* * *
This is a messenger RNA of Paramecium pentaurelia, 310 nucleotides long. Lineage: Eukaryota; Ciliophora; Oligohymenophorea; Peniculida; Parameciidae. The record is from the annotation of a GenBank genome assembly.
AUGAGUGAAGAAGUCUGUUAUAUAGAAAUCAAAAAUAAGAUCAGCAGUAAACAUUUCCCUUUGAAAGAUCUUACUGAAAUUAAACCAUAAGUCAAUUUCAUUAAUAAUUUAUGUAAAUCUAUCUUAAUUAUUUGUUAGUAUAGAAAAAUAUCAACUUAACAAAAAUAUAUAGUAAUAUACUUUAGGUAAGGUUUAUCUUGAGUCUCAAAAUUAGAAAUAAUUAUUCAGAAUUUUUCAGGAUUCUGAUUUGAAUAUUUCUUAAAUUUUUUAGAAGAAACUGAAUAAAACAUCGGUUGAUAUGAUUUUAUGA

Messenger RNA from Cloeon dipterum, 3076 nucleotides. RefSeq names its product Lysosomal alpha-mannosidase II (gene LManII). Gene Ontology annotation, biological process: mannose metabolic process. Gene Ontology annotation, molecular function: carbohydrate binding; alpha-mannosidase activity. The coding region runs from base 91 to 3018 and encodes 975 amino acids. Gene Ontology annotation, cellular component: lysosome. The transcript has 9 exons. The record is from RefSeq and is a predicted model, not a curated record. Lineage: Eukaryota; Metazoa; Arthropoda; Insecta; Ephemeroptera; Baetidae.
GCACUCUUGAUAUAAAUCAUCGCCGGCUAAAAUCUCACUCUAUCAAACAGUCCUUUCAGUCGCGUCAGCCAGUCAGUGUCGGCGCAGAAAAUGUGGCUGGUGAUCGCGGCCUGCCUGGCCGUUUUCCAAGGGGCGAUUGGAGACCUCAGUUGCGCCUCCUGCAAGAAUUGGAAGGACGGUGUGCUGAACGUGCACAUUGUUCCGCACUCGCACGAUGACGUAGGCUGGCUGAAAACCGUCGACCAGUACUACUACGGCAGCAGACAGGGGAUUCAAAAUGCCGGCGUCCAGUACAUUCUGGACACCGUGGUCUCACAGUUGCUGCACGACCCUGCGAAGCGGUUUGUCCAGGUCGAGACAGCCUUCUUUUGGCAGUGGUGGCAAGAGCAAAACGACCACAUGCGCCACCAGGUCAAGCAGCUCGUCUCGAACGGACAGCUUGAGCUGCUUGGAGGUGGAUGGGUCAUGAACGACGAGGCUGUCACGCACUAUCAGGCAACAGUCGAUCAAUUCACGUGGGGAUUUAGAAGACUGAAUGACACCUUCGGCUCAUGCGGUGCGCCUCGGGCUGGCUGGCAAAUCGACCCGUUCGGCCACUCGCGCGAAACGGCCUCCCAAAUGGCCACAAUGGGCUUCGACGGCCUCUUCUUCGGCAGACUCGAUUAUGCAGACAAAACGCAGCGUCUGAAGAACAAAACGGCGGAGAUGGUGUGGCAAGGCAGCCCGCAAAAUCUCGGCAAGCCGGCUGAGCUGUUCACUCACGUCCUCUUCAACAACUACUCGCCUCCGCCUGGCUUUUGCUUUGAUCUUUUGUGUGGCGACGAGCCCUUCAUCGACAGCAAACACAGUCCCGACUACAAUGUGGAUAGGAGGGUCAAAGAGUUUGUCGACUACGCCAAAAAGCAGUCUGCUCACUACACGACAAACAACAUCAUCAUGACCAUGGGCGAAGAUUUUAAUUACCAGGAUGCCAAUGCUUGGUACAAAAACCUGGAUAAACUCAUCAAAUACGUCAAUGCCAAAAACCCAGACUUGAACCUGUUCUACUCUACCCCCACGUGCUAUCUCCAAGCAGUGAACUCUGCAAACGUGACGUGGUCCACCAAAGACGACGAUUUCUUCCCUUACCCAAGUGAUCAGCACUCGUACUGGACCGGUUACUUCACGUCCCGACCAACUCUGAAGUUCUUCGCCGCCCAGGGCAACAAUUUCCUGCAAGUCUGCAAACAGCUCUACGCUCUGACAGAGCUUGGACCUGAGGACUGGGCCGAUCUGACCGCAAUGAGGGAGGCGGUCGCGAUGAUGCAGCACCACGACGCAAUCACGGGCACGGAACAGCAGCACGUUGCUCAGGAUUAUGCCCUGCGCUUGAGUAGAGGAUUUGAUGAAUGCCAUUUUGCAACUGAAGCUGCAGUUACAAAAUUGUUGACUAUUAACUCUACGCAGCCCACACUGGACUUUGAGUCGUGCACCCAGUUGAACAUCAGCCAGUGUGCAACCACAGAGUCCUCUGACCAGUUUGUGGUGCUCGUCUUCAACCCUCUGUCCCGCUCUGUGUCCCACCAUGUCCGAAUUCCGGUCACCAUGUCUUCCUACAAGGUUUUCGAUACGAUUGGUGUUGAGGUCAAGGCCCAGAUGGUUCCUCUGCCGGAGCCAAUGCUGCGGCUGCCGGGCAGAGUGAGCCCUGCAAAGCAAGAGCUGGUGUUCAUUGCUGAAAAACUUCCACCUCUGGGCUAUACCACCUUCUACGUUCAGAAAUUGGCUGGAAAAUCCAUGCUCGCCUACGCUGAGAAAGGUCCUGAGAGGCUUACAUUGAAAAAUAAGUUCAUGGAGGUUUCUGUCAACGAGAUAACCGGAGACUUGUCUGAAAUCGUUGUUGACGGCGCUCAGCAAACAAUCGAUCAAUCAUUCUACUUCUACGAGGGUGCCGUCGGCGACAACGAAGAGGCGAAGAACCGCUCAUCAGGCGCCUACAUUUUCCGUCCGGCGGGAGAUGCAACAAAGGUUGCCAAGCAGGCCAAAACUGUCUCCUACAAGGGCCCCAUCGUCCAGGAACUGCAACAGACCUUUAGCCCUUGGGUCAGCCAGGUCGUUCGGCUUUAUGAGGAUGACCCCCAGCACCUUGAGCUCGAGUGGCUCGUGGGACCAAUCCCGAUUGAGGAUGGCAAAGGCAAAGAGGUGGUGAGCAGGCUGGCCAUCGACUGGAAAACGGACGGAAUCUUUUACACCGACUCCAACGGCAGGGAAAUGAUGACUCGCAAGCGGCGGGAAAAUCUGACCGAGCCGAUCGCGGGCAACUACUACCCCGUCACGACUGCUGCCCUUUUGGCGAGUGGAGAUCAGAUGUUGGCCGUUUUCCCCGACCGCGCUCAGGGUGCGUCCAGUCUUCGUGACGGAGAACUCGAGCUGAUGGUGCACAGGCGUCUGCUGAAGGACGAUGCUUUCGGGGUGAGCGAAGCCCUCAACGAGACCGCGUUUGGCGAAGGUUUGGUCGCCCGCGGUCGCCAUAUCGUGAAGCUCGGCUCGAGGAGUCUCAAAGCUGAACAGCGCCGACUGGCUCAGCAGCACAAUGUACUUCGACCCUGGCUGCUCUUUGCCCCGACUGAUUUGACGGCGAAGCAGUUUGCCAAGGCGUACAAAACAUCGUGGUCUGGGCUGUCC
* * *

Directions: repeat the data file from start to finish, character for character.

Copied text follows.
This is a messenger RNA of Paramecium pentaurelia, 310 nucleotides long. Lineage: Eukaryota; Ciliophora; Oligohymenophorea; Peniculida; Parameciidae. The record is from the annotation of a GenBank genome assembly.
AUGAGUGAAGAAGUCUGUUAUAUAGAAAUCAAAAAUAAGAUCAGCAGUAAACAUUUCCCUUUGAAAGAUCUUACUGAAAUUAAACCAUAAGUCAAUUUCAUUAAUAAUUUAUGUAAAUCUAUCUUAAUUAUUUGUUAGUAUAGAAAAAUAUCAACUUAACAAAAAUAUAUAGUAAUAUACUUUAGGUAAGGUUUAUCUUGAGUCUCAAAAUUAGAAAUAAUUAUUCAGAAUUUUUCAGGAUUCUGAUUUGAAUAUUUCUUAAAUUUUUUAGAAGAAACUGAAUAAAACAUCGGUUGAUAUGAUUUUAUGA

Messenger RNA from Cloeon dipterum, 3076 nucleotides. RefSeq names its product Lysosomal alpha-mannosidase II (gene LManII). Gene Ontology annotation, biological process: mannose metabolic process. Gene Ontology annotation, molecular function: carbohydrate binding; alpha-mannosidase activity. The coding region runs from base 91 to 3018 and encodes 975 amino acids. Gene Ontology annotation, cellular component: lysosome. The transcript has 9 exons. The record is from RefSeq and is a predicted model, not a curated record. Lineage: Eukaryota; Metazoa; Arthropoda; Insecta; Ephemeroptera; Baetidae.
GCACUCUUGAUAUAAAUCAUCGCCGGCUAAAAUCUCACUCUAUCAAACAGUCCUUUCAGUCGCGUCAGCCAGUCAGUGUCGGCGCAGAAAAUGUGGCUGGUGAUCGCGGCCUGCCUGGCCGUUUUCCAAGGGGCGAUUGGAGACCUCAGUUGCGCCUCCUGCAAGAAUUGGAAGGACGGUGUGCUGAACGUGCACAUUGUUCCGCACUCGCACGAUGACGUAGGCUGGCUGAAAACCGUCGACCAGUACUACUACGGCAGCAGACAGGGGAUUCAAAAUGCCGGCGUCCAGUACAUUCUGGACACCGUGGUCUCACAGUUGCUGCACGACCCUGCGAAGCGGUUUGUCCAGGUCGAGACAGCCUUCUUUUGGCAGUGGUGGCAAGAGCAAAACGACCACAUGCGCCACCAGGUCAAGCAGCUCGUCUCGAACGGACAGCUUGAGCUGCUUGGAGGUGGAUGGGUCAUGAACGACGAGGCUGUCACGCACUAUCAGGCAACAGUCGAUCAAUUCACGUGGGGAUUUAGAAGACUGAAUGACACCUUCGGCUCAUGCGGUGCGCCUCGGGCUGGCUGGCAAAUCGACCCGUUCGGCCACUCGCGCGAAACGGCCUCCCAAAUGGCCACAAUGGGCUUCGACGGCCUCUUCUUCGGCAGACUCGAUUAUGCAGACAAAACGCAGCGUCUGAAGAACAAAACGGCGGAGAUGGUGUGGCAAGGCAGCCCGCAAAAUCUCGGCAAGCCGGCUGAGCUGUUCACUCACGUCCUCUUCAACAACUACUCGCCUCCGCCUGGCUUUUGCUUUGAUCUUUUGUGUGGCGACGAGCCCUUCAUCGACAGCAAACACAGUCCCGACUACAAUGUGGAUAGGAGGGUCAAAGAGUUUGUCGACUACGCCAAAAAGCAGUCUGCUCACUACACGACAAACAACAUCAUCAUGACCAUGGGCGAAGAUUUUAAUUACCAGGAUGCCAAUGCUUGGUACAAAAACCUGGAUAAACUCAUCAAAUACGUCAAUGCCAAAAACCCAGACUUGAACCUGUUCUACUCUACCCCCACGUGCUAUCUCCAAGCAGUGAACUCUGCAAACGUGACGUGGUCCACCAAAGACGACGAUUUCUUCCCUUACCCAAGUGAUCAGCACUCGUACUGGACCGGUUACUUCACGUCCCGACCAACUCUGAAGUUCUUCGCCGCCCAGGGCAACAAUUUCCUGCAAGUCUGCAAACAGCUCUACGCUCUGACAGAGCUUGGACCUGAGGACUGGGCCGAUCUGACCGCAAUGAGGGAGGCGGUCGCGAUGAUGCAGCACCACGACGCAAUCACGGGCACGGAACAGCAGCACGUUGCUCAGGAUUAUGCCCUGCGCUUGAGUAGAGGAUUUGAUGAAUGCCAUUUUGCAACUGAAGCUGCAGUUACAAAAUUGUUGACUAUUAACUCUACGCAGCCCACACUGGACUUUGAGUCGUGCACCCAGUUGAACAUCAGCCAGUGUGCAACCACAGAGUCCUCUGACCAGUUUGUGGUGCUCGUCUUCAACCCUCUGUCCCGCUCUGUGUCCCACCAUGUCCGAAUUCCGGUCACCAUGUCUUCCUACAAGGUUUUCGAUACGAUUGGUGUUGAGGUCAAGGCCCAGAUGGUUCCUCUGCCGGAGCCAAUGCUGCGGCUGCCGGGCAGAGUGAGCCCUGCAAAGCAAGAGCUGGUGUUCAUUGCUGAAAAACUUCCACCUCUGGGCUAUACCACCUUCUACGUUCAGAAAUUGGCUGGAAAAUCCAUGCUCGCCUACGCUGAGAAAGGUCCUGAGAGGCUUACAUUGAAAAAUAAGUUCAUGGAGGUUUCUGUCAACGAGAUAACCGGAGACUUGUCUGAAAUCGUUGUUGACGGCGCUCAGCAAACAAUCGAUCAAUCAUUCUACUUCUACGAGGGUGCCGUCGGCGACAACGAAGAGGCGAAGAACCGCUCAUCAGGCGCCUACAUUUUCCGUCCGGCGGGAGAUGCAACAAAGGUUGCCAAGCAGGCCAAAACUGUCUCCUACAAGGGCCCCAUCGUCCAGGAACUGCAACAGACCUUUAGCCCUUGGGUCAGCCAGGUCGUUCGGCUUUAUGAGGAUGACCCCCAGCACCUUGAGCUCGAGUGGCUCGUGGGACCAAUCCCGAUUGAGGAUGGCAAAGGCAAAGAGGUGGUGAGCAGGCUGGCCAUCGACUGGAAAACGGACGGAAUCUUUUACACCGACUCCAACGGCAGGGAAAUGAUGACUCGCAAGCGGCGGGAAAAUCUGACCGAGCCGAUCGCGGGCAACUACUACCCCGUCACGACUGCUGCCCUUUUGGCGAGUGGAGAUCAGAUGUUGGCCGUUUUCCCCGACCGCGCUCAGGGUGCGUCCAGUCUUCGUGACGGAGAACUCGAGCUGAUGGUGCACAGGCGUCUGCUGAAGGACGAUGCUUUCGGGGUGAGCGAAGCCCUCAACGAGACCGCGUUUGGCGAAGGUUUGGUCGCCCGCGGUCGCCAUAUCGUGAAGCUCGGCUCGAGGAGUCUCAAAGCUGAACAGCGCCGACUGGCUCAGCAGCACAAUGUACUUCGACCCUGGCUGCUCUUUGCCCCGACUGAUUUGACGGCGAAGCAGUUUGCCAAGGCGUACAAAACAUCGUGGUCUGGGCUGUCC